Source: Flickr user UCI Institute for Innovation.

The cardiovascular drug market has undergone quite a bit of flux during this decade as blockbuster therapies like cholesterol-lowering drug Lipitor, the best-selling drug of all-time, lost patent protection and were exposed to generic competition. Yet, even with dominant brand-name therapies seeing their sales erode due to generic competitors, the top 20 global cardiovascular drug developers generated $54.4 billion in sales in 2014. This is a disease indication with a load of potential and a sizable patient pool.

According to the Centers for Disease Control and Prevention, some 26.6 million adults, or more than 11% of the adult population in the U.S., have been diagnosed with heart disease. Furthermore, 73.5 million adults have what are considered to be high low-density lipoprotein, or LDL-cholesterol, levels. That's nearly one in three Americans that could benefit from cardiovascular therapies to help control their high LDL-C levels before they become troublesome.

The world's largest cardiovascular drugmakers are names you'd likely recognize. U.K.-based AstraZeneca, Sanofi, and Merck were the kingpins of the sector in 2014 with sales of $7.7. billion, $6.6 billion, and $5.2 billion according to data provided by GlobalData. However, one new company is set to enter the cardiovascular drug industry, and it could, by the end of the decade, potentially find itself among the top three cardiovascular drug developers in terms of sales.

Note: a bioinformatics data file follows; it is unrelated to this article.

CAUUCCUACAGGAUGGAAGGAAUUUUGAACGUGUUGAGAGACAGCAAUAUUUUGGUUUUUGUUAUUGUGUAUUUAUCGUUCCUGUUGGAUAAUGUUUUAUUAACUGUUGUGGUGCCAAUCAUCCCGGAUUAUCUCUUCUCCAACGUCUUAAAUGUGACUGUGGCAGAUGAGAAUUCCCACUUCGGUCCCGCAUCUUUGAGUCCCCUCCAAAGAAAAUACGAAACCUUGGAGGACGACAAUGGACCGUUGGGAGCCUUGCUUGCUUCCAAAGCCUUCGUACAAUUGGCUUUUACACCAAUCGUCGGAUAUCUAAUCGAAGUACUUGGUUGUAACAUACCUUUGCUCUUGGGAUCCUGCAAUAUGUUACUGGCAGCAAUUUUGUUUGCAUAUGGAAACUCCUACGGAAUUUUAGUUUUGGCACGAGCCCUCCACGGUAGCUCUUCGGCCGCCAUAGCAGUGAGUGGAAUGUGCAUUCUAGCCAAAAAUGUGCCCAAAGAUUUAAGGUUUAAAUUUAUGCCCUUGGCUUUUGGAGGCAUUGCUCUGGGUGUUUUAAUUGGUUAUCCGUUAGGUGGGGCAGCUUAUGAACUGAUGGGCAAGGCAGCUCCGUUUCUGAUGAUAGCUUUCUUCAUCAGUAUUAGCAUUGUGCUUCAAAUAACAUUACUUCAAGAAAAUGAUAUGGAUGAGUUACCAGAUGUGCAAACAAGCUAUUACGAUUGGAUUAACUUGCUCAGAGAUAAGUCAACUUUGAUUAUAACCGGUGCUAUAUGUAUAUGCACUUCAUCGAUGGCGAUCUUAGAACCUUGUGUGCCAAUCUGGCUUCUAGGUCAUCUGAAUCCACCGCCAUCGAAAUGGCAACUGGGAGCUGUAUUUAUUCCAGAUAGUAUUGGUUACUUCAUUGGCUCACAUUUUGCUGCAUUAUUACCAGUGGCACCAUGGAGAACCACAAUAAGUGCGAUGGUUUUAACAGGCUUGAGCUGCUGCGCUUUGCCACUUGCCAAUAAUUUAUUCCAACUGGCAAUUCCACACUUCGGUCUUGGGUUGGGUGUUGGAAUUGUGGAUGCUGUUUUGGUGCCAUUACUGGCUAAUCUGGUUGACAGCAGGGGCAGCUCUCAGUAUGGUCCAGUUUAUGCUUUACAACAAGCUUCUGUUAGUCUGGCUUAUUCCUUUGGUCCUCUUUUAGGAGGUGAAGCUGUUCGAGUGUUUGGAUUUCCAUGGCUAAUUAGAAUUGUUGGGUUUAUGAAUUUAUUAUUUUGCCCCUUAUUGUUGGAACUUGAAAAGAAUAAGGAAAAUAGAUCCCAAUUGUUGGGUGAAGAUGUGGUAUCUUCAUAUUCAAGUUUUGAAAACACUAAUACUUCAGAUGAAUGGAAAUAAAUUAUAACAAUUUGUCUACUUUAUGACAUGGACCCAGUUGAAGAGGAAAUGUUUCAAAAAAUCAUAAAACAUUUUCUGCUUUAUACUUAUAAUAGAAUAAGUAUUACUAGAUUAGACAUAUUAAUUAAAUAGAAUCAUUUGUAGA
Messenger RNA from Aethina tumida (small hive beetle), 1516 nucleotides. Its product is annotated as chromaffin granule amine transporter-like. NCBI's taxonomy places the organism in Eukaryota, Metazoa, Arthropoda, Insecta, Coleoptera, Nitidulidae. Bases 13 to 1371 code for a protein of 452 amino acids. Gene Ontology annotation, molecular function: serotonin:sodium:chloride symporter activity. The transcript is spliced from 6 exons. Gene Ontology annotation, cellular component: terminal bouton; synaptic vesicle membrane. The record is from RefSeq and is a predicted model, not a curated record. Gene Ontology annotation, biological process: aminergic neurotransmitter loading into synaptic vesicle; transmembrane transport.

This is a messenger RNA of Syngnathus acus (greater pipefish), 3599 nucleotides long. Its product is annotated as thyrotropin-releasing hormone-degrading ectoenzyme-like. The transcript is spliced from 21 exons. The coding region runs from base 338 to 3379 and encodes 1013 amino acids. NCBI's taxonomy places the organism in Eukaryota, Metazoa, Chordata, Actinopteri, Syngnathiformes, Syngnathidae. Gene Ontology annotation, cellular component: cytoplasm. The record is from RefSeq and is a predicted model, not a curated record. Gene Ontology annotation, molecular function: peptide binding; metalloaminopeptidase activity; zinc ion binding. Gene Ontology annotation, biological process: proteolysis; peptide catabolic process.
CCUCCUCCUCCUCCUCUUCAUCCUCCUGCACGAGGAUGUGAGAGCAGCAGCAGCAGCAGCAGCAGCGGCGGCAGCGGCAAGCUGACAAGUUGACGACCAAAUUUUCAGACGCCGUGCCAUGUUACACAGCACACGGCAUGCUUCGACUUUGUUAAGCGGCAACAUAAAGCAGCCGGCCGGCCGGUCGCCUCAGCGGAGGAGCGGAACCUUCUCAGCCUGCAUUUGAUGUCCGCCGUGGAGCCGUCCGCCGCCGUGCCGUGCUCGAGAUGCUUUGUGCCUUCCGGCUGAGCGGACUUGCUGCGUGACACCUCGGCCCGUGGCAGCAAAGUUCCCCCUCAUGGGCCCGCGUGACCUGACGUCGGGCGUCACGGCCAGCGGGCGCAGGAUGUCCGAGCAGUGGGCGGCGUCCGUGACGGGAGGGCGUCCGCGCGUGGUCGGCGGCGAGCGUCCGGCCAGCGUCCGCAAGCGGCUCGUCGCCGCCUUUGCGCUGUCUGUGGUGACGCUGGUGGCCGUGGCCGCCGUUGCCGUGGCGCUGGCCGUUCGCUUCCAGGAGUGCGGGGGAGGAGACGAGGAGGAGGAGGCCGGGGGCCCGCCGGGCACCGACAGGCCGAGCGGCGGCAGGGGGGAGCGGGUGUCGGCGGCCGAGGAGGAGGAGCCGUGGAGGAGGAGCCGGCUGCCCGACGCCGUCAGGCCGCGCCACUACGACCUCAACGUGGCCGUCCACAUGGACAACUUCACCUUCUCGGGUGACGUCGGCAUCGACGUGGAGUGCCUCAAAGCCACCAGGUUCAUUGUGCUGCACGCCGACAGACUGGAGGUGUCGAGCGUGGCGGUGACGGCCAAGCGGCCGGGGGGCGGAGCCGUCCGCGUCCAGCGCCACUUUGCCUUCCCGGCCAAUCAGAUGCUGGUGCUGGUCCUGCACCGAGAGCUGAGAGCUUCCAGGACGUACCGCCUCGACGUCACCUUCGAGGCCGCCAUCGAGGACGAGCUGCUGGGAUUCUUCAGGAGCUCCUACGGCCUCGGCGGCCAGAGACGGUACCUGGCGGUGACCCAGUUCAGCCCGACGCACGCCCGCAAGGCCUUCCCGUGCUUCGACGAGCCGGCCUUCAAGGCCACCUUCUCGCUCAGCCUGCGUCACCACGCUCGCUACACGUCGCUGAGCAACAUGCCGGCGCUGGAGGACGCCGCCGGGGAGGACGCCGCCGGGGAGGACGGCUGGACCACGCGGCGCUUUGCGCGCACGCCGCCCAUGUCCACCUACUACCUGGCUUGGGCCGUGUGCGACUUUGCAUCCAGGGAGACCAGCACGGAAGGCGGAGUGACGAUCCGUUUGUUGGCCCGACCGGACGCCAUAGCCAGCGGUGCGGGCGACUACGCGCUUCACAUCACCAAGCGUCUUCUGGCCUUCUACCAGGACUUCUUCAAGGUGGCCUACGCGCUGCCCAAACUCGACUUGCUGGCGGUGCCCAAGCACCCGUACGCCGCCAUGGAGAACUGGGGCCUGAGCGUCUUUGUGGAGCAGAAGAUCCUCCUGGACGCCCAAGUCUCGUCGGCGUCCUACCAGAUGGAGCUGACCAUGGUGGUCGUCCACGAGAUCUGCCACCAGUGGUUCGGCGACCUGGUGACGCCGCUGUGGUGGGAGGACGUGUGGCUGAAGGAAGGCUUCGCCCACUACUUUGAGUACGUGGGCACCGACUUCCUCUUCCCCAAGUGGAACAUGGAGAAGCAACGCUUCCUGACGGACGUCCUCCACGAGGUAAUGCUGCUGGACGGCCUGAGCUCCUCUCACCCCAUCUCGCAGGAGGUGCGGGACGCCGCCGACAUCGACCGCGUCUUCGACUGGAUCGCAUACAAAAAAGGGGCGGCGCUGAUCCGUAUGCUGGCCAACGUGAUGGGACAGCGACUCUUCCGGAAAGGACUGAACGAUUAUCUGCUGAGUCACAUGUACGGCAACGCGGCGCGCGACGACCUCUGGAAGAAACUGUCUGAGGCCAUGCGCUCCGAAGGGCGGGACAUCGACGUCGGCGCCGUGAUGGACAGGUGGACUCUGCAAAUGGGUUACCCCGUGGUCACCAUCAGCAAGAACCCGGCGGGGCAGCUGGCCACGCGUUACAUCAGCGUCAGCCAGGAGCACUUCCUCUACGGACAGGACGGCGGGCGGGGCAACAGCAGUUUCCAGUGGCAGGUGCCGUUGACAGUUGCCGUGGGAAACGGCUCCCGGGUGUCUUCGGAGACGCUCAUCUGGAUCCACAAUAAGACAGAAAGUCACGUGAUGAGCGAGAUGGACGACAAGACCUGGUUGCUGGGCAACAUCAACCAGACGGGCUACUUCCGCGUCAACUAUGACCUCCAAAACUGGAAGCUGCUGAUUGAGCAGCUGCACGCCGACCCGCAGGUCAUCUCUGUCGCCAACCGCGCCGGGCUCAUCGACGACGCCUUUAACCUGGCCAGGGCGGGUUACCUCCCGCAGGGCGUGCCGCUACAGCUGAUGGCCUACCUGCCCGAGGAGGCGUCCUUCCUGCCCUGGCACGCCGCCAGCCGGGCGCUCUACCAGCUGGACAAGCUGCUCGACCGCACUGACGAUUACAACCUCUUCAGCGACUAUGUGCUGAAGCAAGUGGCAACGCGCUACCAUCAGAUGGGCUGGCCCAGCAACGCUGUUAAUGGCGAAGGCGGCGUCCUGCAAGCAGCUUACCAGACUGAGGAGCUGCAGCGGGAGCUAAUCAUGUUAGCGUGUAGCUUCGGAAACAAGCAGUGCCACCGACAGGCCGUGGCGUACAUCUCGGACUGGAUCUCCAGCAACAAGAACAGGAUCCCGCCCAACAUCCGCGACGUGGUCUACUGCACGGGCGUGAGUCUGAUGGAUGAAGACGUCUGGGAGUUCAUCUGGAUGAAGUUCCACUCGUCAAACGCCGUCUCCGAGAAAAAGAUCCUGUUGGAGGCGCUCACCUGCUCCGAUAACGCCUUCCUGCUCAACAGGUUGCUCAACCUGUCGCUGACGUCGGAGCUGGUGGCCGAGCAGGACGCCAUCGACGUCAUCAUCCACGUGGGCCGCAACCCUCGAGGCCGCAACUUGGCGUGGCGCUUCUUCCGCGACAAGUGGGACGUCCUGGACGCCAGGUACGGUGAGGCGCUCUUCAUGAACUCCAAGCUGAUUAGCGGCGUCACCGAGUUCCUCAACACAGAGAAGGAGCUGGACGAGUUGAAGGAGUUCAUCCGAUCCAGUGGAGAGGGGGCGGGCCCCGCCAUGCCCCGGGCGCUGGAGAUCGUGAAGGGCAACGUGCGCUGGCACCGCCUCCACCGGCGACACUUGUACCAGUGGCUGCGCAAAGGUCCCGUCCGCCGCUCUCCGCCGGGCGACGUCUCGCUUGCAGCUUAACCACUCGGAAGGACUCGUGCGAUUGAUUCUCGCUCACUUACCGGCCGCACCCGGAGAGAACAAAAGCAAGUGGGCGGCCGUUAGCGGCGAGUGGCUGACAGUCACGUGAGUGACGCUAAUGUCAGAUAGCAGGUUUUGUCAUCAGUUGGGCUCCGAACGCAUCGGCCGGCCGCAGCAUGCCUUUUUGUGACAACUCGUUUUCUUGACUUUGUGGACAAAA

Can you guess the identity of this soon-to-be cardiovascular giant?
If you're willing to take a guess at the name of this company, I'll give you a moment.

Got your answer?

I'm not one for leaving readers in suspense, so if you said biotech giant Amgen (NASDAQ:AMGN), then give yourself a pat on the back.